Communication is a concept that makes sense to all of us. It’s being able to talk to people, right?
Well, it’s actually more than that.
Being an excellent communicator is a multi-faceted skill. It means that you are able to converse with people in a compassionate, respectful and culturally safe manner. It means that you are an active listener, responding not only to what the other person is saying, but also noticing and responding to their body language.
Communication as a Skill: What Does That Really Mean?
An excellent communicator will pay careful attention to the perspective of the other person, and nonjudgmentally seek to understand their values and biases. You have to be able to manage disagreements and emotionally charged conversations; keeping calm even when others don’t.
You need to be able to simplify complex concepts and remember to check for understanding during your explanation. You must use language that is appropriate for your audience, and learn to flexibly rephrase when your audience doesn’t understand. Even choosing the right environment for a conversation is part of communicating well—you have to be aware of your surroundings and how they might affect the other person.
Communication isn’t just about talking; particularly in today’s digitally networked world, you need to be able to share written information concisely and accurately in an electronic form. You should be familiar with how people communicate across distances through different platforms; especially understanding how to protect privacy when using these platforms.
Next, we’ll share a story of an expert (and a not-so-expert) communicator in the emergency department.
Communication in a Professional Setting
Don didn’t have a regular family doctor, so when he had a cough that he couldn’t shake, he decided to visit the local emergency department. His doctor asked him a few questions, listened to his chest, and then gave Don a prescription for antibiotics. A few weeks passed and the antibiotics didn’t seem to help, so Don made another trip to the emergency department.
He saw a different doctor this time, one who looked barely old enough to be out of medical school. This doctor first asked the same questions the previous doctor had, but then had more. “Have you noticed any blood when you cough?” “Do you think you have lost any weight lately? Maybe you’ve had to take your belt in a notch?” “Do you smoke—if so, how many packs per day?”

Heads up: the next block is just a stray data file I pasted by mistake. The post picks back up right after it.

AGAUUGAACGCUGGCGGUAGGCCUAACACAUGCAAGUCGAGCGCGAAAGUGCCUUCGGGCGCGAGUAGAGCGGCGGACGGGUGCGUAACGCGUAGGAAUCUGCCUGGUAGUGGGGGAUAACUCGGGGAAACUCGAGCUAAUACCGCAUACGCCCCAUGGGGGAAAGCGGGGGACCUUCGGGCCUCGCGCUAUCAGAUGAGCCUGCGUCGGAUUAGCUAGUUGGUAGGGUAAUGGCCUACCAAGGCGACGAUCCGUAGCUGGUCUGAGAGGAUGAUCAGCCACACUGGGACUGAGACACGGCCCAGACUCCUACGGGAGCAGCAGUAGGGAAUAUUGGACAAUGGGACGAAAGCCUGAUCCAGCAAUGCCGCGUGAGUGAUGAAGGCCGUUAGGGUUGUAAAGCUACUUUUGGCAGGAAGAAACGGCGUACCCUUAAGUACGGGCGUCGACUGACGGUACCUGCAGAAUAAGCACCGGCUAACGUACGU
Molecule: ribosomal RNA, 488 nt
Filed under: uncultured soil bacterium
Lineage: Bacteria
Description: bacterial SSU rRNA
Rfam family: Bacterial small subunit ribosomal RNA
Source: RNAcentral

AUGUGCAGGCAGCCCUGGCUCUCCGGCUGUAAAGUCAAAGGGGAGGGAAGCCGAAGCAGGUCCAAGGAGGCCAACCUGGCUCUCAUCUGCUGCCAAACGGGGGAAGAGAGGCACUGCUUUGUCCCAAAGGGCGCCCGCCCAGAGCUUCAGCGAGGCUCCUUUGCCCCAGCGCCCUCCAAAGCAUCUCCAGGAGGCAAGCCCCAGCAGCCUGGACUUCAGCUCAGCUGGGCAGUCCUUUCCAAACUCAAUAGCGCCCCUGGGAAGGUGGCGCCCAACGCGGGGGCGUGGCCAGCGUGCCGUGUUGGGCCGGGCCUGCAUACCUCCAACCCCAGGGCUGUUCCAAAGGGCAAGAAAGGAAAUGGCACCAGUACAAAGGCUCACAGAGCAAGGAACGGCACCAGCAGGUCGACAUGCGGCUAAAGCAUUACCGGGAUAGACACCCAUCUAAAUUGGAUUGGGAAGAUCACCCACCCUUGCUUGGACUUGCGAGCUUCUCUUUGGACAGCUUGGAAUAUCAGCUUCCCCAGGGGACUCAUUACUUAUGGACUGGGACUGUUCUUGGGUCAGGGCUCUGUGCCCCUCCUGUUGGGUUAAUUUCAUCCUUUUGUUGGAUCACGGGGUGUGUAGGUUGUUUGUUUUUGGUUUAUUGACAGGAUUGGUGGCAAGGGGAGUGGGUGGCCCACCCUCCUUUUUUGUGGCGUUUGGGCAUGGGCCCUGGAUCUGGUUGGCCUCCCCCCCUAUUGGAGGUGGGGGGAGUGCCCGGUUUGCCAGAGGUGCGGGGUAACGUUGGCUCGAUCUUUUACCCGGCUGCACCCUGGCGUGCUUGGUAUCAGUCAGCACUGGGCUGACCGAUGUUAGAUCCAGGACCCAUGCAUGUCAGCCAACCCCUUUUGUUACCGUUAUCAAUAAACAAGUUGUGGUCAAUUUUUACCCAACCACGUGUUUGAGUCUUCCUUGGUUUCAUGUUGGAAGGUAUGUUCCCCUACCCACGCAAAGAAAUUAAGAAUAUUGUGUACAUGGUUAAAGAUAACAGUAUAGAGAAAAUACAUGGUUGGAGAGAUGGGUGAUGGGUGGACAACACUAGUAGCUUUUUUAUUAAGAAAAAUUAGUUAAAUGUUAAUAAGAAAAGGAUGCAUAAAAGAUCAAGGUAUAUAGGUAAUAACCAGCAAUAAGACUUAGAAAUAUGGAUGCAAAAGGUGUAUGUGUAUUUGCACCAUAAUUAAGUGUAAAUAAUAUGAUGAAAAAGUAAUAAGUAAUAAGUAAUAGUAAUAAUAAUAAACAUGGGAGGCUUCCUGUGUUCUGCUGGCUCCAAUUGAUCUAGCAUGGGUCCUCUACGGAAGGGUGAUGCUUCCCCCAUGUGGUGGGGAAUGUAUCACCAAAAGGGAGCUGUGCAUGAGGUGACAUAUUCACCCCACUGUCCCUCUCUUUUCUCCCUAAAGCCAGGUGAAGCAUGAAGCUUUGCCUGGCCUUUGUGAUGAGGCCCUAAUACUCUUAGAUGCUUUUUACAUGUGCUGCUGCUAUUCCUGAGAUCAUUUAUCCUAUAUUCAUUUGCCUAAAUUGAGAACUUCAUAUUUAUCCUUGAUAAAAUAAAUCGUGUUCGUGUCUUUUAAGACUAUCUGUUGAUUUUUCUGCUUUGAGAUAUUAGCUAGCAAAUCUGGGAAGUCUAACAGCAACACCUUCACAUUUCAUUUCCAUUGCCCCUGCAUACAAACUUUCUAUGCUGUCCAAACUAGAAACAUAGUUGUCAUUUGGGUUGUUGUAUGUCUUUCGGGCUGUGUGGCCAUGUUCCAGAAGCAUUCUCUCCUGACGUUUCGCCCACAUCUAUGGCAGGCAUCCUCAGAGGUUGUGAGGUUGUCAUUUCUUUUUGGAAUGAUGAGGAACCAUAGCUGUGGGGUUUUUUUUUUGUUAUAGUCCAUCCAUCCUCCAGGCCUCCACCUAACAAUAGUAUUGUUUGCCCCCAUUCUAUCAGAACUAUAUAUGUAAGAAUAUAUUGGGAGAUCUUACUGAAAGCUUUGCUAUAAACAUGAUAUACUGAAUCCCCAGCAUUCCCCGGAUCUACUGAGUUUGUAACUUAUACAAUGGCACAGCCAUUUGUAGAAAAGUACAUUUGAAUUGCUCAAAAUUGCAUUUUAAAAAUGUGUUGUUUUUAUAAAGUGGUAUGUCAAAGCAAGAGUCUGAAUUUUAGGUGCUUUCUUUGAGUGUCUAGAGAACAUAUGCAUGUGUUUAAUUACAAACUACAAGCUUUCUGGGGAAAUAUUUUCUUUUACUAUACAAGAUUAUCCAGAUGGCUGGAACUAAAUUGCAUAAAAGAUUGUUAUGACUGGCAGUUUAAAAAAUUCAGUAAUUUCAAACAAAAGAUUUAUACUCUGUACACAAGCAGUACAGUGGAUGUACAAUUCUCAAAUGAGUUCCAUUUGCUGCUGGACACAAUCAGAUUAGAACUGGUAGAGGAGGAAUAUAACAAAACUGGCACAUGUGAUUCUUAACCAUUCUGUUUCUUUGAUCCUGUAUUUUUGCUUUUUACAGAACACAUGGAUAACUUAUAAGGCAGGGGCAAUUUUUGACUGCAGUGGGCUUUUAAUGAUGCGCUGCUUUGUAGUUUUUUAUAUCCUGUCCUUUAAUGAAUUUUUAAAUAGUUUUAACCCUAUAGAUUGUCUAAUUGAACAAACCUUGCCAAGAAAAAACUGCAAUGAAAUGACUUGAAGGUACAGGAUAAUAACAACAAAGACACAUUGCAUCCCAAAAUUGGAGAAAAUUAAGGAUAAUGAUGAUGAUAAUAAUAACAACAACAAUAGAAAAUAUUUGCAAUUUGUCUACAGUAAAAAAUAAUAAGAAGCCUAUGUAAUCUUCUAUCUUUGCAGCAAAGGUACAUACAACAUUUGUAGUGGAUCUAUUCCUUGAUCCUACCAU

Don admitted he’d occasionally noticed a few flecks of blood on his hand, after he covered his mouth to cough. He might have taken in his belt one notch, but then again, his appetite hadn’t been so great lately. Don usually didn’t mention his smoking to doctors, but the matter-of-fact, nonjudgmental way he’d been asked made him comfortable enough to admit that he’d smoked half a pack per day for the last 25 years.
“I’m going to send you for a chest x-ray, Don. I’ll talk to you again once we have the results.”
An hour later, they were seated in a private room. “Don, I have some news to share with you about the x-ray results. Would you like to wait for your wife so we can discuss this together?” Don shook his head. The doctor continued, “Your understanding of this cough is that it’s from a chest infection?” This time, the patient nodded. “Don, the scan showed a large nodule in your right lung. Given its size and the medical history you’ve shared with me, we’re going to assume this is lung cancer until we can prove otherwise.”
Don looked stunned. “How did the other doctor miss this?”
The difference between average communication and excellent communication can—and often is—the difference between life and death for a patient. In the previous example, a potential lung cancer was missed by the first doctor but caught by the second because of the second doctor’s expert communication.
They took the time to ask questions that the first doctor didn’t, and they were nonjudgmental, so Don felt safe disclosing his smoking history. Finally, the young doctor shared the bad news with the patient in a quiet, private environment with respect and compassion, and using terms that Don could easily understand.
Given this example, you can understand why medical schools and other health professions program are so interested in choosing applicants with excellent communication skills.
So How Does CASPer Evaluate You on this Skill?
CASPer poses common scenarios and reflective questions aimed to determine if you possess the People Skills that you will eventually require to be a successful professional. Start Practicing